Here are several different DIY bath salts recipes you can whip up in no time, along with the expiration dates. (Expiration dates assume that the ingredients are fresh at the time you make the bath salts.)
Festive Bath Salts
I give these bath salts as holiday gifts, because they are festive, pretty and smell great! Makes 4 servings – use ½ cup per bath.
Mix the following ingredients in a bowl and then store in an air-tight container with the label:
- 2 c Epsom salt
- 25-30 drops red soap dye
- 10 drops frankincense essential oil
- 1 Tbsp castor oil
- ½ c fresh rosemary sprigs (separated from the stalk)
Expires 1 month from the date of mixing.
Silky Rose Bath Salts
Mix all ingredients and store in an air-tight container with a label. This is a hydrating, soothing recipe to help exfoliate dry, irritated skin. Great for cracked heels and elbows. Makes 4 servings – use ½ cup per bath.
- 2 c Pink Himalayan Salt
- 10 drops rose essential oil
- 1 Tbsp melted coconut oil
- Dried rose petals
- 1/2 cup Baking Soda
Expires 2 years after making.
Seaside Bath Salts
This recipe uses decongesting essential oils and is great when you have a cold or allergies. Makes 4 servings – use ½ cup per bath.
- 2 c Dead Sea Salt, Divided
- 5 drops spearmint essential oil
- 5 drops camphor essential oil
- 1 Tbsp jojoba oil
- 1/2 cup Baking Soda, divided
- Clear mason jar (s)
Bowl 1: Add 10-15 drops of light blue colorant to 1 cup of dead sea salt and mix well. Add peppermint essential oil to this bowl and mix again. Now mix in ¼ cup baking soda.
Bowl 2: Add 5 drops of camphor essential oil to 1 cup of dead sea salt and mix well. Now add ¼ cup baking soda and mix.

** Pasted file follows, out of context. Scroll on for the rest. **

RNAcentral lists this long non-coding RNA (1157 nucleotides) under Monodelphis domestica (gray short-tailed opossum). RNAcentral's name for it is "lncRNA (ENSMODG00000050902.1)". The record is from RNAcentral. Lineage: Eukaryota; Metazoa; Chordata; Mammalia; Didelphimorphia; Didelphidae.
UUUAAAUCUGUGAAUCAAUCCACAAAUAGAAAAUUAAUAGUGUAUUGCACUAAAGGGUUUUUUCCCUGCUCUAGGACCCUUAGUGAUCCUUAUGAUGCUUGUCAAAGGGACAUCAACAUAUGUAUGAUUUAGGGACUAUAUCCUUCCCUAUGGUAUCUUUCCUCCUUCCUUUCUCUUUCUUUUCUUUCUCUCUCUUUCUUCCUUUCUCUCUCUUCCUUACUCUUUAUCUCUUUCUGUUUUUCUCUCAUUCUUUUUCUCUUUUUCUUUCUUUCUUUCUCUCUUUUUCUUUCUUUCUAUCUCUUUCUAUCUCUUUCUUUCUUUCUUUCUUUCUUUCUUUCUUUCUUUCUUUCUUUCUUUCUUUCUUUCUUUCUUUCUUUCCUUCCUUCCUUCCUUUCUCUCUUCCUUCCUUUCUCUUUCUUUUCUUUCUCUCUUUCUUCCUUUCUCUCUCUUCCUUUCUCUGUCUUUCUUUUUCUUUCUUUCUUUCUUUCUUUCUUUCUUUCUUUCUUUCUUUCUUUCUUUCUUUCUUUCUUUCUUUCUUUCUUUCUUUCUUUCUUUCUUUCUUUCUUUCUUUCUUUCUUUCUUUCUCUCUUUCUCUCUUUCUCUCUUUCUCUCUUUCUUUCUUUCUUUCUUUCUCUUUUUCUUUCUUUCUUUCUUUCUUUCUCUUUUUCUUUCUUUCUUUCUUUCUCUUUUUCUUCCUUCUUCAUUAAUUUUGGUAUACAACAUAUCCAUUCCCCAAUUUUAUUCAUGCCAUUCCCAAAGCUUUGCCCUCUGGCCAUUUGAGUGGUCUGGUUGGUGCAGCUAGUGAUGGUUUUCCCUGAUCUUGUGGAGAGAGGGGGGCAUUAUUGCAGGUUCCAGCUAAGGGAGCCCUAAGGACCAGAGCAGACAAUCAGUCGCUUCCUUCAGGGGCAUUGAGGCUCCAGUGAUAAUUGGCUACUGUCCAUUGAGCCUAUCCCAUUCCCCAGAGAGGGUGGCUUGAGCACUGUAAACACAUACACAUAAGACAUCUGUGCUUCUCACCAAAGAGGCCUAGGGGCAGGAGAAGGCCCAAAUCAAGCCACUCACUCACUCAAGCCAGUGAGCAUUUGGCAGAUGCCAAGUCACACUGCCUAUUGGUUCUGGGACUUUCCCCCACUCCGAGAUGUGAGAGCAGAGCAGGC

Create layers of blue and white in your mason jar for a striped appearance.
For this recipe, divide the dead sea salt into two separate bowls. The shelf life of jojoba oil is 5 years, while spearmint and camphor essential oils last 2-3 years. So this recipe will expire 2 years from the time you make it.
Moon Baths with Bath Salts
See my post about how to take a moon bath and get a recipe that uses bath salts for each lunar phase of the moon! Moon bathing can help you connect with the rhythms of the universe and manifest a deeply held wish or intention.
Other FAQs about Salt which you may be interested in
How to store salt?
For storing salt, treat it like other spices like chili powder and pepper. The rule of thumb is to store any type of salt in a cool and dry place in a well-sealed container to protect it from absorbing unwanted flavors. Keep the salt in a cabinet to protect it from picking up unwanted odors.
An unopened salt package can be stored in the pantry. An opened package is best kept in the kitchen. It is recommended to transfer some of the salt into a resealable salt container or shaker and store the rest of the salt separately.
Iodized salt must be stored away from heat or else it will lose all of its iodine content gradually. Using an airtight container for keeping salt is important to prevent clumping which results due to the hygroscopic nature of the salt.